The U.S. Is Already Facing a Debt Crisis | Opinion

The U.S. economy is hooked on debt. It requires lots of it—crisis levels of it—just to maintain the economy.

As a CPA and a well-informed, patriotic American, I was concerned about our rapidly increasing national debt before the pandemic struck. Too many individuals, particularly those inside the Beltway, are constrained in what they say about our debt either because they caused it through their mismanagement, aided and abetted its pernicious growth, or worry about their own employment. They use politically correct terms to describe our massive debt as "a dilemma," "an unsustainable trajectory" or "not a today problem." No elected politician wants the debt to blow up, or have their voters think it will blow up, on his or her watch. Too many of them avoid being honest and transparent. They will continue to kick the can down the road so as not to face reality and suffer the political consequences. As a non-D.C. based, informed and unconstrained American, I call our massive and growing debt what it is—a crisis already at our doorstep.

To be sure, I certainly agree we need to borrow during the pandemic to keep the economy alive while awaiting a vaccine and nationwide rollout. But we do not need to borrow to support multinational corporations, congressional pet projects and well-connected individuals. The COVID-19 crisis led to our economic crisis, which is now exacerbating our debt crisis. In addition to our massive outstanding debt and escalating annual budget deficits, every major trust fund is racing toward insolvency with tens of trillions of dollars of unfunded future obligations for Social Security and Medicare. Congress is aware, yet it has no plan, or revenue, to remedy the situation.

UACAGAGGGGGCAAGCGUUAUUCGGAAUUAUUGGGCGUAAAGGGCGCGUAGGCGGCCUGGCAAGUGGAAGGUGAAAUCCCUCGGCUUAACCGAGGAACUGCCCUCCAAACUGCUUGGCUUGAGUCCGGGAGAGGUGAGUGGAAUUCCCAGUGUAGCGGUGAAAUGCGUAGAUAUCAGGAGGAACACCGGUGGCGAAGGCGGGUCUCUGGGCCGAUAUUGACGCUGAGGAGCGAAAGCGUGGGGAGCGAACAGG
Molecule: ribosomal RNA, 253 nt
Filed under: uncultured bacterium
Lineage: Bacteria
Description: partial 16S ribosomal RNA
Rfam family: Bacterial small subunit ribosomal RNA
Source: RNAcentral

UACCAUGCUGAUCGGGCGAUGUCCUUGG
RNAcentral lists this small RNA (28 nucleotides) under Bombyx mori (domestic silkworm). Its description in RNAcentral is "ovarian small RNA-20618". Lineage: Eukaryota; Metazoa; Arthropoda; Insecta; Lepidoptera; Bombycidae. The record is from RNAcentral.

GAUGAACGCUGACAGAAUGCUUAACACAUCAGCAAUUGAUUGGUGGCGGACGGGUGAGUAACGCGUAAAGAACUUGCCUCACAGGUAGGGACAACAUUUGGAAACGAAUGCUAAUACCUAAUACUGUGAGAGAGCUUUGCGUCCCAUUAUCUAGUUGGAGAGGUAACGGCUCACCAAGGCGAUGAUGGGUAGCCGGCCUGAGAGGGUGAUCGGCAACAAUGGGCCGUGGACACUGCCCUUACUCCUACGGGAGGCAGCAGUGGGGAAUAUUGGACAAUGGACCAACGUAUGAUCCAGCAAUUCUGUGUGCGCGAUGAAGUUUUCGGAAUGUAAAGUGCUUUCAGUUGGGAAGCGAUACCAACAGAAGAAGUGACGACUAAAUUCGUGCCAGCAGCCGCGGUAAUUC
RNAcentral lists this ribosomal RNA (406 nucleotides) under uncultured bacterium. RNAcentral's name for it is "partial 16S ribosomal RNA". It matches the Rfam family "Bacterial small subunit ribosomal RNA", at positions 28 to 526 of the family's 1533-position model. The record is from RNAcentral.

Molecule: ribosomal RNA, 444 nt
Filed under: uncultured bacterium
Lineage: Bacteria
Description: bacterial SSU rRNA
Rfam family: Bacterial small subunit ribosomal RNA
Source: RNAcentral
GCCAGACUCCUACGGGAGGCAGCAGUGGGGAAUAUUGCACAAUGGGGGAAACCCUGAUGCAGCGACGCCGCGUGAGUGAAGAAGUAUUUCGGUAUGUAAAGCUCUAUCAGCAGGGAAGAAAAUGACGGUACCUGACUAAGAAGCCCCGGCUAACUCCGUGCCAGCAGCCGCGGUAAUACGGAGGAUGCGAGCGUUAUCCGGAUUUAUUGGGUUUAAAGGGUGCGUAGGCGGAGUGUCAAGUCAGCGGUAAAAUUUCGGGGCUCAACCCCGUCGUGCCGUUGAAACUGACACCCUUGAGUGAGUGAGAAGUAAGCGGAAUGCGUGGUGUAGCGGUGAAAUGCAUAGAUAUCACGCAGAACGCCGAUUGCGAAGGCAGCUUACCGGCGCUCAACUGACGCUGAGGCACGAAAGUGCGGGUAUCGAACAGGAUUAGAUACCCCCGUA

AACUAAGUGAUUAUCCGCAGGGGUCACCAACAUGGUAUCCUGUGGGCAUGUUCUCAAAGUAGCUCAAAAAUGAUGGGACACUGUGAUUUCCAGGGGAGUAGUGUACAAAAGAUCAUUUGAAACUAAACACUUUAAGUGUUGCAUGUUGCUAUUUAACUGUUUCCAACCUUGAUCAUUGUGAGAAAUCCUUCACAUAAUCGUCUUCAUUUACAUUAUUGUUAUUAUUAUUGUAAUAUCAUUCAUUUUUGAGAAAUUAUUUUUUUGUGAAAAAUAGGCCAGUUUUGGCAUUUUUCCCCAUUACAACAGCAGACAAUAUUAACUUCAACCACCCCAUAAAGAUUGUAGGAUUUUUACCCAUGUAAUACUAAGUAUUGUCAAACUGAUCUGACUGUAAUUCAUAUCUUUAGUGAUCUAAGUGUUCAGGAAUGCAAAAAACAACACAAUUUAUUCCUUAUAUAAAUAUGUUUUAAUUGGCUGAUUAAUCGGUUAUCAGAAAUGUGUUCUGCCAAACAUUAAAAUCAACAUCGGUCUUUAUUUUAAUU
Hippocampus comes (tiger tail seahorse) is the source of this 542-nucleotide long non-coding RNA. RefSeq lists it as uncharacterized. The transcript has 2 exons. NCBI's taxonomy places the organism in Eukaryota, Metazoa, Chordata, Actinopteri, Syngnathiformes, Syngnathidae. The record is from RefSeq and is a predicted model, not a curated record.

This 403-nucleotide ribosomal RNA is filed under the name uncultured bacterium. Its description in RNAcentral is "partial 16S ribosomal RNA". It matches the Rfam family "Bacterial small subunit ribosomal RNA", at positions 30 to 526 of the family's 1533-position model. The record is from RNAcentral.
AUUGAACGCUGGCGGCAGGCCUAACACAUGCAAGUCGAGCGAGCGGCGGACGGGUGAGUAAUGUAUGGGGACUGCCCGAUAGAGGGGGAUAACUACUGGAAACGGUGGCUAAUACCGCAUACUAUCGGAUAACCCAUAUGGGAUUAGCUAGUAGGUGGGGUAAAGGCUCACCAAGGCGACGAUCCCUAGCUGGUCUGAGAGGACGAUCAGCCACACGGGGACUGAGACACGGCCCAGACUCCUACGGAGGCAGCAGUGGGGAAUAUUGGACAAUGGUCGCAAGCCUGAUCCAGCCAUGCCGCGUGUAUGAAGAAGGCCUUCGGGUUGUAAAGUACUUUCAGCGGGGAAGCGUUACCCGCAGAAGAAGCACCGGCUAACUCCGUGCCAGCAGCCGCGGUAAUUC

I will not try to distract you with reams of numbers and economic theories designed to divert your attention to interesting shiny tidbits of data. Rather, I will present my position with a few key numbers and ask you to remain focused on common sense.

The world knows the U.S. is addicted to debt. It has been especially true since the Reagan administration, and even more so over the past two decades. The nation cannot maintain itself without increasing levels of debt. On September 30, 2020—the U.S. government's fiscal year-end—GDP did not increase during the year, yet debt increased by over $4 trillion. For every $1.00 of GDP, we had $1.27 of debt. At that time, the Congressional Budget Office projected GDP growth over the next 10 years to slow significantly, and annual budget deficits to rapidly increase by over $1 trillion annually. COVID-19 related stimulus and other proposed programs such as climate, infrastructure, and so forth will require trillions more of debt. They, and others, publicly called our debt unsustainable while some senior administration officials called it a threat to our economic and/or national security, and President Trump stated we are in a debt crisis in his budget submission to Congress.